splitter = model_selection.StratifiedShuffleSplit(
    n_splits=1,
    test_size=0.2,
    random_state=0)

for train_index, test_index in splitter.split(X, y):
    X_train, X_holdout = X[train_index], X[test_index]
    X_train_all, X_holdout_all = X_all[train_index], X_all[test_index]
    y_train, y_holdout = y[train_index], y[test_index]

print(X_train.shape, X_holdout.shape)
((67355, 23), (16839, 23))

5-fold non-tuned XGBoost

In [19]:
model = xgboost.XGBClassifier(seed=0)
print(model)

skf = model_selection.StratifiedKFold(
    n_splits=5,
    shuffle=True,
    random_state=0)

for i, (train_index, test_index) in enumerate(skf.split(X_train, y_train)):
    X_train_fold, X_test_fold = X_train[train_index], X_train[test_index]
    y_train_fold, y_test_fold = y_train[train_index], y_train[test_index]
    model.fit(X_train_fold, y_train_fold)
    probas = model.predict_proba(X_test_fold)[:,1]
    preds = (probas > 0.5).astype(int)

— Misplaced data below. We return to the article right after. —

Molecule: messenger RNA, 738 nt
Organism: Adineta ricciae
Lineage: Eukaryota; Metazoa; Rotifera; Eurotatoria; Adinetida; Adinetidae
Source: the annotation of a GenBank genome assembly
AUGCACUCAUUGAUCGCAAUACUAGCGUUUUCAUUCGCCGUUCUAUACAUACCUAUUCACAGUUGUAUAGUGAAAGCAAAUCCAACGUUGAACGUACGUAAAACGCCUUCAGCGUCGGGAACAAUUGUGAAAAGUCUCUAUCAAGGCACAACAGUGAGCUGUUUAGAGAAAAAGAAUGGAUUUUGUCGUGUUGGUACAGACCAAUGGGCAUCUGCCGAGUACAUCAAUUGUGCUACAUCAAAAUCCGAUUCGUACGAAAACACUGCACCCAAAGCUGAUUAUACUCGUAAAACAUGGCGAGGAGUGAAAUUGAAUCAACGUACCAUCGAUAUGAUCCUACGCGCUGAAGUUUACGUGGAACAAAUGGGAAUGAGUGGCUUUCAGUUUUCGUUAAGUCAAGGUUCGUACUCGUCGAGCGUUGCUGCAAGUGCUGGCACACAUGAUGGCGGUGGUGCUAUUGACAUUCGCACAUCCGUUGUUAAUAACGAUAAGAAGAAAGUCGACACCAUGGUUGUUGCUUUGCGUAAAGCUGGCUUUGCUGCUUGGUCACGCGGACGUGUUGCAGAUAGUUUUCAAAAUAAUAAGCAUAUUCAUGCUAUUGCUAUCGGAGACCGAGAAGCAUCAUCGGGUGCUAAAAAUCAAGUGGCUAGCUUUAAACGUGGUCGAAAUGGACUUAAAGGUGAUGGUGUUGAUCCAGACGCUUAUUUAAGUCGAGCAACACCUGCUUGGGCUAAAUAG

print("-"*60)
    print("Fold: %d (%s/%s)" %(i, X_train_fold.shape, X_test_fold.shape))
    print(metrics.classification_report(y_test_fold, preds, target_names=["nonTOR", "TOR"]))
    print("Confusion Matrix: \n%s\n"%metrics.confusion_matrix(y_test_fold, preds))
    print("Log loss : %f" % (metrics.log_loss(y_test_fold, probas)))
    print("AUC      : %f" % (metrics.roc_auc_score(y_test_fold, probas)))
    print("Accuracy : %f" % (metrics.accuracy_score(y_test_fold, preds)))
    print("Precision: %f" % (metrics.precision_score(y_test_fold, preds)))
    print("Recall   : %f" % (metrics.recall_score(y_test_fold, preds)))
    print("F1-score : %f" % (metrics.f1_score(y_test_fold, preds)))